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Perhaps Think A Little

  • April 29, 2005
  • 126 Views

By Sharon Bakar

Life Sdn Bhd 3 began with each member of the cast of thirteen bounding forward to introduce themselves and declare proudly, to audience cheers, “I am Malaysian!” National identity has, of course, to embrace ethnic and sexual diversity – there is no such thing as the “average” Malaysian. Yet you have to wonder how far these actors were representative of their audience, given that a large proportion of the cast were “lain-lains”, of mixed-­parentage or gay. (Gavin Yap’s “I haven’t even told my family I’m straight!” monologue at the beginning of the play acted as a clever foil for the latter.)

It’s a tried and tested formula: take a group of actors, encourage them to dig through their own memories and experiences, derive a script from their stories, and then shape those reminiscences into a piece of polished theatre. This is the third outing for The Actors Studio’s successful Life Sdn Bhd series, conceived and directed by Faridah Merican, and dramaturged and scripted by Joe Hasham. Part 3 showcases original “lifers” Ben Tan, Patrick Teoh and Susan Lankester and new faces Nell Ng, Reza Zainal Abidin, Fang Chyi, Christian Orow and Mohd. Sobri Anuar.

Tickling the funny bone was the play’s main mission (the programme notes promised we would “smile, chuckle, laugh, perhaps think a little … “) and humour there was a-plenty, though sometimes it was a little forced. And I can’t say I really appreciated the numerous sanitary pad jokes or revelations about first erections. But the best moments of the show were those that did make us think. And not just “a little”.

It takes a lot of courage to bare your soul in public. Several of the stories were poignant and heartfelt including Samantha Schubert’s account of adoption and being adopted, and Andrew Tan’s story about bringing his male lover home for reunion dinner and his subsequent confession that he is HIV-positive.

But the most moving monologue of the evening was from Ben Tan who talked about how he lost his Danish lover to brain cancer. He made a particularly strong case for official recognition of gay relationships, pointing out how enlightened Denmark is in this respect compared to other parts of the world. He ended with a furious “Fuck you Bush!” referring to the US president’s uncompromising stand on gay marriage, but surely such outrage should be directed at a much broader target?

Fang Chyi as the only gay woman of the cast could have put herself on the line a little more. Her contribution – an account of picking up a beautiful woman, felt a little lightweight, and I would have liked to hear more about how it is to be a gay woman in this country.

Changes in pace and tone are vital in a production of this kind. So, songs and dance sequences, including an amusing medley of nursery rhymes and a lively bhangra, were employed to provide moments of light relief. And I very much enjoyed Fang Chyi’s plaintive rendition of ‘Yue Liang Dai Piao Wo Di Xing’ (The Moon Represents my Heart).

There were many moments where I could identify personally with the stories being told. Having huge feet (by Malaysian shoe store standards anyway) like Reza Zainal Abidin, I know only too well the feeling of total abandon when confronted with shoes your size in shops overseas. I’m also certain I had Patrick Teoh’s grumpy fat examiner the first time I failed my driving test. Like Mary George, I nurse a childhood disappointment to my soul (She didn’t get to go to the fair; I was denied ballet lessons). And I knew exactly what Schubert meant when she talked about Malaysians asking blunt and prying questions (In her case: “You white, your baby black, ah?” In mine: “You got no kids ah? You using birth control ah?” or “You or your husband got the problem? Seen doctor yet?” repeated just about every time I get into conversation with a taxi driver).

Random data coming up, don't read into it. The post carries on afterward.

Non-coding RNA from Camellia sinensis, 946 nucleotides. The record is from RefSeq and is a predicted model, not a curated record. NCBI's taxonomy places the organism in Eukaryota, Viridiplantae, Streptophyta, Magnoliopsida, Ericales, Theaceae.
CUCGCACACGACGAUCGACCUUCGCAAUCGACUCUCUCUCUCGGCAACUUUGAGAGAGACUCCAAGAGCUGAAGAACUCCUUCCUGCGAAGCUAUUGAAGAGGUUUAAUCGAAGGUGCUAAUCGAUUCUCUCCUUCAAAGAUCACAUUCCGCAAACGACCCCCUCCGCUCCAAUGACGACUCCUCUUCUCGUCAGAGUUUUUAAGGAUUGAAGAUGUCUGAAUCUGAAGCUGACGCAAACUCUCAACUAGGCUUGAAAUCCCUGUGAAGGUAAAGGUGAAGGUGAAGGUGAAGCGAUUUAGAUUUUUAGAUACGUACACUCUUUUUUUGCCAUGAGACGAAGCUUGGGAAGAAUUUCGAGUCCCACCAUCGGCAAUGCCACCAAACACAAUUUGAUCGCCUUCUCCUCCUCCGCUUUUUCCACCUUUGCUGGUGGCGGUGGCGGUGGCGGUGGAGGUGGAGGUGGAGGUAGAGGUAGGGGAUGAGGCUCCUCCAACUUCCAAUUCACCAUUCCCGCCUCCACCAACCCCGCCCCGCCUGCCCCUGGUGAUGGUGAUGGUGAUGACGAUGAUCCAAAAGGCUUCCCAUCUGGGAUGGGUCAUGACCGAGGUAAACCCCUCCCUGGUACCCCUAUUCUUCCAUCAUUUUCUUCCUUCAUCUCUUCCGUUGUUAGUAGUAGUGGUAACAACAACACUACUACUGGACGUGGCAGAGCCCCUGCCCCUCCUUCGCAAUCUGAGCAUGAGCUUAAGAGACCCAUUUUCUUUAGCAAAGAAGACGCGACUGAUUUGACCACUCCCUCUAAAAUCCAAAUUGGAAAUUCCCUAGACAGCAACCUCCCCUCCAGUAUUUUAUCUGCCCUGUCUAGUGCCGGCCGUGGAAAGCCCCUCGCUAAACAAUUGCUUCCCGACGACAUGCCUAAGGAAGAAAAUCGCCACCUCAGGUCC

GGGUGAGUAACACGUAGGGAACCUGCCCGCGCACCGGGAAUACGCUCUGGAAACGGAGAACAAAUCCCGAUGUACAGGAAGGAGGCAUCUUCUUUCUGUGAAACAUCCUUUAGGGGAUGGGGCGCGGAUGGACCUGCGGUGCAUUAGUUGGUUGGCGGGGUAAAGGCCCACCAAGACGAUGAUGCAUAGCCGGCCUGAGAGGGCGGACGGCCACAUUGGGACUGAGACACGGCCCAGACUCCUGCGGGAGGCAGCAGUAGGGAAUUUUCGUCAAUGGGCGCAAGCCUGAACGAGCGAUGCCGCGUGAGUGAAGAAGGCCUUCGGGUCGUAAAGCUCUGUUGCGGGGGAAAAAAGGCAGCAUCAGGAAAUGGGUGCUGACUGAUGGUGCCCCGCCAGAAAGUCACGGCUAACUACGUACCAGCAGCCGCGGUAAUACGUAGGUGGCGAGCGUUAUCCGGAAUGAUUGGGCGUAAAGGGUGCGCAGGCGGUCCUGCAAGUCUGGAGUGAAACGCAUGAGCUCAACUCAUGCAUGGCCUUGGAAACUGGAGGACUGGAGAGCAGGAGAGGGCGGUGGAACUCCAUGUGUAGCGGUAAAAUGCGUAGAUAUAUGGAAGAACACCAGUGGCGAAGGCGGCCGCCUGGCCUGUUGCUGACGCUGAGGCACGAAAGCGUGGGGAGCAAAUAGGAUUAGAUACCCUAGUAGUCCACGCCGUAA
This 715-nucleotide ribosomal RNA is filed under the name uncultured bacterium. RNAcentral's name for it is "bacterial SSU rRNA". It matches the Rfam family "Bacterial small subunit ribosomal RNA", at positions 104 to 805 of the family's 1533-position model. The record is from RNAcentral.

I have to make special mention of Ari Ratos who is hilarious even before he opens his mouth (What a pity no-­one makes silent movies these days!). He recounted how he and his siblings would filch money from his parents’ wallets, and how he escaped getting caught.

If any actor stole the show though, it was Sobri Anuar with the account of his sister’s wedding with nine pondans in attendance, and how his Indian mother was discriminated against by his father’s Malay family (she had to give birth on the floor, while her sister-in-law delivered in the best bedroom). Sobri has tremendous charm and was so natural he could have been telling the story in your living room.

It is this sense of intimacy which was obviously missing from much of the show. Many of the cast sounded a little too ‘theatrical’, even when telling their own stories, as if in the act of transferring them to stage they had become somehow disassociated from them.

Perhaps a smaller cast would have helped create greater intimacy. And much as I like the way the performance was staged with the cast sitting around on a variety of typically Malaysian stools, I found the presence of all the cast members on stage a distraction during more serious moments.

The play could also have benefited from a stronger thematic link to hold the stories together. Was it true, as Samantha Schubert said at the beginning, that the theme was supposed to be about ‘family’ (either in a literal or extended sense)? And if so, why were so many of the stories not about this? Some stories were so very much stronger than others that the overall production seemed a little patchy overall. A more careful weeding of less meaty content would have strengthened the production.

First Published: 29.04.2005 on Kakiseni